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Carlos Alcaraz will break everything

In September 2018, I had the chance to cover the Junior Davis Cup by BNP Paribas in Budapest. That year (just like last year), Harold Mayot’s France unfortunately lost in the final against Spain and a certain… Carlos Alcaraz. In the semi-finals, he beat Lorenzo Muzetti’s Italy. That was almost 4 years ago. At first sight, Alcaraz didn’t impress anyone: a small man, a youthful face. But he was already clearly a step ahead tennistically speaking. Admittedly, it was a team event, but no mistake possible, it was he who had worn his from start to finish. This is what it looked like:

But that was before.

Today, Carlos Alcaraz is this:

What a player! It’s been a long time since I’ve been so impressed by a player. I saw him play at the BNP Paribas Open in Indian Wells, especially against Gaël Monfils. That night, he faced one of the most powerful players on the circuit. Gaël sent big forehand strikes and Carlos responded tit for tat. The speed, the power of La Monf did not impress him at all. Why ? Because he was hitting even harder and faster. But as a bonus, after 4 or 5 shots, Carlitos sent a delicious drop shot that systematically killed the point, leaving the Frenchman there, far behind his baseline.

It is indeed a phenomenon.

Feeling a “wow” effect while watching a game hadn’t happened to me for a long time. And god knows I watch tennis! But here we are on to something else. It is indeed a phenomenon.

His progress is impressive. A year ago, to the day, he was ranked 133rd in the world.

Today, he is 11th, at the gates of a Top 10 that he will undoubtedly have integrated at the end of the clay court season which starts today with Houston and Marrakech. The Murcian has almost no points to defend, except for a 2nd round in Madrid (he lost 6-1 6-2 against Rafael Nadal) and a 3rd round at Roland-Garros where he left qualifications. To date, he is registered in Monte-Carlo, Barcelona and Madrid, but I have no doubts about his participation in Rome.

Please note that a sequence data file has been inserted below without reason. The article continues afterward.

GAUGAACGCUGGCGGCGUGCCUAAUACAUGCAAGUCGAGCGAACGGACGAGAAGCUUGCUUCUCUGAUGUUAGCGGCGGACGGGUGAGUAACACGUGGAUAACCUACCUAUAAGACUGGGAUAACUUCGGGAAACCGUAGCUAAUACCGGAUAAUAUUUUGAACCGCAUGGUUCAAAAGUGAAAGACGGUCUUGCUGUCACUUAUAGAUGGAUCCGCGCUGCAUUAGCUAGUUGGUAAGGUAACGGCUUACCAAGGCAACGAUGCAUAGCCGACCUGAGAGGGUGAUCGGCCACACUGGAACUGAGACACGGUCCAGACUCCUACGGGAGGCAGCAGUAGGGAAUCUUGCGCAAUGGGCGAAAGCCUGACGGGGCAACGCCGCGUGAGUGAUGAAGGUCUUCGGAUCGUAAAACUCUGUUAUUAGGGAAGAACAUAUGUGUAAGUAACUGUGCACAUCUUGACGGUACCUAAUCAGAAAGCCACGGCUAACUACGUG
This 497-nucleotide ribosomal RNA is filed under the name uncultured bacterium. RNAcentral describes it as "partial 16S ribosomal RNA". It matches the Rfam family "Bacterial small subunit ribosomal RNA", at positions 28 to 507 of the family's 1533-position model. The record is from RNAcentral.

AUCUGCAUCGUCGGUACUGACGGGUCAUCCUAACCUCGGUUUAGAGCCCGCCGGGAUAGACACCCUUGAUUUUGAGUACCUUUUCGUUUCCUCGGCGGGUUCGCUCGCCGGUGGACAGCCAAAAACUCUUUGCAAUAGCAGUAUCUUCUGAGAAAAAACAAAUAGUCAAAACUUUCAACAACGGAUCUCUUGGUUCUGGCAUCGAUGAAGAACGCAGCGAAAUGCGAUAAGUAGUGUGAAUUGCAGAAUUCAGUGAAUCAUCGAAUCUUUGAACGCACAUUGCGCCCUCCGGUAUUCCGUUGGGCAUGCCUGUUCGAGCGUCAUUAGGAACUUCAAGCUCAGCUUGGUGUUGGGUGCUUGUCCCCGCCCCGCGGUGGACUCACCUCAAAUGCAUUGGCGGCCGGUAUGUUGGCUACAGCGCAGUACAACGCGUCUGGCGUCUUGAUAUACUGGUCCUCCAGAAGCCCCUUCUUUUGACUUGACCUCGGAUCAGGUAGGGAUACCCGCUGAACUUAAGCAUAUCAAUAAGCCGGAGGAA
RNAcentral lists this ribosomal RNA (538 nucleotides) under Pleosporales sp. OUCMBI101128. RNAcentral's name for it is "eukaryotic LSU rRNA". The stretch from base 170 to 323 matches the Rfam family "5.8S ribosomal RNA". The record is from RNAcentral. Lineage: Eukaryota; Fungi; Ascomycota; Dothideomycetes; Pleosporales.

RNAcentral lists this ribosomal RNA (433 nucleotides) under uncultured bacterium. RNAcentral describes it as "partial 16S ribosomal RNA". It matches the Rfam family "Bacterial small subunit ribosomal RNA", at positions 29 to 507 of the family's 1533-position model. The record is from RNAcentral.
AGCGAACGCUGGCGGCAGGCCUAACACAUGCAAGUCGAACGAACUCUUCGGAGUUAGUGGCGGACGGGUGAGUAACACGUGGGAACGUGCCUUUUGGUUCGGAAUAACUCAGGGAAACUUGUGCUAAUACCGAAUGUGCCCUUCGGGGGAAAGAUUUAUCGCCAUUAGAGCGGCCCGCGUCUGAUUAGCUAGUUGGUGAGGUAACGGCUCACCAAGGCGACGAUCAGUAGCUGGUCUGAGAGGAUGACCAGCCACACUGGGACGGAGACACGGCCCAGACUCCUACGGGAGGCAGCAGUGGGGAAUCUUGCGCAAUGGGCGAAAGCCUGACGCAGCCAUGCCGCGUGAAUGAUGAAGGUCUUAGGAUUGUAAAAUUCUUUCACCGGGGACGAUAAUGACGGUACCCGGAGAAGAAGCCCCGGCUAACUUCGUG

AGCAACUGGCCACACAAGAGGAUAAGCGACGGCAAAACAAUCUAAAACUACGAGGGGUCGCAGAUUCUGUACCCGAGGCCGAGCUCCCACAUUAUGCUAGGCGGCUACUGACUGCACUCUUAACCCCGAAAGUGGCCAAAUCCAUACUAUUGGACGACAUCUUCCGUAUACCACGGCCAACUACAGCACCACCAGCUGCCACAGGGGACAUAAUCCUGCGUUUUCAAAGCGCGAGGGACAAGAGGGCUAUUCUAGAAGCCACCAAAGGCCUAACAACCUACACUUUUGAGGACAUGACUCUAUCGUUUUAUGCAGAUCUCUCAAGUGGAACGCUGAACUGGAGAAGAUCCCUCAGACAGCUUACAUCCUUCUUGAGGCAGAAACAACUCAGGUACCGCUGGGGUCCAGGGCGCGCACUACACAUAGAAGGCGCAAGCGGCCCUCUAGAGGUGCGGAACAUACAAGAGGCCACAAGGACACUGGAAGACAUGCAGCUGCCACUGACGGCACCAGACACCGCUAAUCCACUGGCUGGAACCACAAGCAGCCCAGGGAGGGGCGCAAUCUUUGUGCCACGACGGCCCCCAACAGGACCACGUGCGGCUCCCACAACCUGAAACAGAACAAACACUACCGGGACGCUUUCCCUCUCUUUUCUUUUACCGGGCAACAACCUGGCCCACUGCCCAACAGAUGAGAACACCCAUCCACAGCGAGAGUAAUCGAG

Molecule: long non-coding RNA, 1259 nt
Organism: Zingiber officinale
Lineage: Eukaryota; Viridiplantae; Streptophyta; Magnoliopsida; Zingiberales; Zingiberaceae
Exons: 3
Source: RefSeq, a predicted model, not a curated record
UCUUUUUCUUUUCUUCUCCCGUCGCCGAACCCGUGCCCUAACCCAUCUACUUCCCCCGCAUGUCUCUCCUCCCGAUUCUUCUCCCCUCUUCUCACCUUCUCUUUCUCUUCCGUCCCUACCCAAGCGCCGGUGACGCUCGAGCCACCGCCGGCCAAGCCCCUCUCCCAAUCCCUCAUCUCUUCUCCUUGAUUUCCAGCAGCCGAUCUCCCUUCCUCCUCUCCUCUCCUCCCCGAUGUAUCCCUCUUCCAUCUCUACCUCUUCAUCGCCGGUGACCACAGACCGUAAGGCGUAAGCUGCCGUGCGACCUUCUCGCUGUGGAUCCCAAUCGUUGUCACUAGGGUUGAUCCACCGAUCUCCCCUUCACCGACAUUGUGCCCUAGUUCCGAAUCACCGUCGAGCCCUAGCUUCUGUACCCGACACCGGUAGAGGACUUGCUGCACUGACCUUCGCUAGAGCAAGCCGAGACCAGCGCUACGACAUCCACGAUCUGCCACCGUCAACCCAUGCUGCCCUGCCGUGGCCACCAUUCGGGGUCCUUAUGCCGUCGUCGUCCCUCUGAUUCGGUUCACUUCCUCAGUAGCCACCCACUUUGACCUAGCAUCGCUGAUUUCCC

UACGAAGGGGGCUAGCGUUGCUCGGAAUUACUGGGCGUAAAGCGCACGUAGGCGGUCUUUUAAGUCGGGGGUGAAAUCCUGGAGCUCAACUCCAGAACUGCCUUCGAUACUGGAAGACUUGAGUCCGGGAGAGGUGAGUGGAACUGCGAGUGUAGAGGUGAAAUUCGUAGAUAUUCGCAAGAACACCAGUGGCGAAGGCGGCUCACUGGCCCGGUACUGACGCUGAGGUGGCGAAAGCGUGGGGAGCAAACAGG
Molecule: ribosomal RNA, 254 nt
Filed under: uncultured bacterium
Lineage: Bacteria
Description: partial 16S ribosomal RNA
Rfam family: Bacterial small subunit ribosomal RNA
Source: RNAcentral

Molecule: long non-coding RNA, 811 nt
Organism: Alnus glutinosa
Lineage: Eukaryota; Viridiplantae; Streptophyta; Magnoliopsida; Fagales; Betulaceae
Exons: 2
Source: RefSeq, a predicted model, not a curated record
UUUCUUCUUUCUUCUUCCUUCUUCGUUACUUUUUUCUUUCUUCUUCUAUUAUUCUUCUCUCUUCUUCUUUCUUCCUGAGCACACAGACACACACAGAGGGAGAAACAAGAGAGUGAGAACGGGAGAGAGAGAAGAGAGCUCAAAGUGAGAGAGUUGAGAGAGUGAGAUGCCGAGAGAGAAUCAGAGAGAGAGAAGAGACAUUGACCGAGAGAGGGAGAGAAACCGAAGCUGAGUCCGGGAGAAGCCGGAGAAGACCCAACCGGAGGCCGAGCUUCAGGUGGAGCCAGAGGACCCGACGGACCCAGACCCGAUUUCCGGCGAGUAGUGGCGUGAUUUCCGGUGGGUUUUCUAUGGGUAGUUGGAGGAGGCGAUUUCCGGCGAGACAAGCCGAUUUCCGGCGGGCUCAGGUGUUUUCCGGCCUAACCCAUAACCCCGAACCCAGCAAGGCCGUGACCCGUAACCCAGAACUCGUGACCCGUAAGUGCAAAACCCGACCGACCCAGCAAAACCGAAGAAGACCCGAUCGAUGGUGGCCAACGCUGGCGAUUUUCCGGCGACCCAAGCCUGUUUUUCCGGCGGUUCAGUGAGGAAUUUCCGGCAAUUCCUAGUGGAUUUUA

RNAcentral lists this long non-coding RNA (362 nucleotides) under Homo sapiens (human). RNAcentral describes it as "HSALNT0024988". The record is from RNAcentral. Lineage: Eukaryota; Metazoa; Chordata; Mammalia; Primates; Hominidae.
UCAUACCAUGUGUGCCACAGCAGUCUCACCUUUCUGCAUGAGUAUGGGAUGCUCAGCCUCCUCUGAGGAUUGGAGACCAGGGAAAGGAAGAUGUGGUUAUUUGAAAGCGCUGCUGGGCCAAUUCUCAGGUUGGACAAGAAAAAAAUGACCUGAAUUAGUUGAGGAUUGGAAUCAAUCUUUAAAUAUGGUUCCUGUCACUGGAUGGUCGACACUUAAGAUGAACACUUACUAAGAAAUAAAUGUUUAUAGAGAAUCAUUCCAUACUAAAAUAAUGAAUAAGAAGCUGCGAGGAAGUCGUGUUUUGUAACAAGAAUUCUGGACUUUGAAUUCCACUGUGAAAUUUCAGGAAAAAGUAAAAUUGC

His passing times are impressive. For example, the previous precocity record in Miami was held by Novak Djokovic who won there at the age of 19. It was in 2007. Alcaraz was 3 years old.

On the other hand, the youngest finalist in Miami remains Rafael Nadal who, in 2005, was 18 years and 10 months (compared to 18 and 11 months for Alcaraz, born on May 5, 2003) when he lost to Roger Federer after having led 2 sets to nothing. For the record, Miami remains one of the rare tournaments that Rafa has still not managed to win.

Carlos Alcaraz is the youngest player to break into the Top 20 since Andrei Medvedev in 1993. Last year, with his quarter-final at the US Open, he became the youngest player to reach this stage of the competition in New York since the beginning of the open era.

Carlos Alcaraz is not only in a closed circle, he has taken the lead.

With his victory in Miami, Carlos Alcaraz is this time the 3rd youngest player in history to have won a Masters 1000, just behind Rafael Nadal 2nd (Monte-Carlo 2005), and Michael Chang 1st (Toronto in 1990). Ah yes, I forgot, the Spaniard has never lost on the main circuit in the final. 3 finals = 3 wins.

Here is a small table that allows you to compare the best passing times on the “sunshine double”:


BNP Paribas Open




Carlos Alcaraz

2022 1/2 finalist

18 years old

2022 Winner

18 years old

Rafael Nadal

2006 1/2 finalist

19 years old

2005 Finalist

18 years old

Novak Djokovic

2007 Finalist

19 years old

2007 Winner

19 years old

Andy Murray

2007 1/2 finalist

19 years old

2007 1/2 finalist

19 years old

Andre Agassi

1988 1/2 finalist

17 years

1990 Winner

19 years old

Carlos Alcaraz is not only in a closed circle, he has taken the lead. So of course, he still hasn’t proven anything in terms of prize list compared to these four, but in terms of potential, we started off on a very, very good basis.

But what must have pleased the Spanish teenager the most is this tweet:

(Congratulations Carlitos on your historic triumph in Miami. The first of many to come, that’s for sure).

You surprise me ! If he remains “healthy”, I don’t see how he could not become world number 1 and multiple Grand Slam winner.

Carlitos, the number you’re aiming for is 21. For now.


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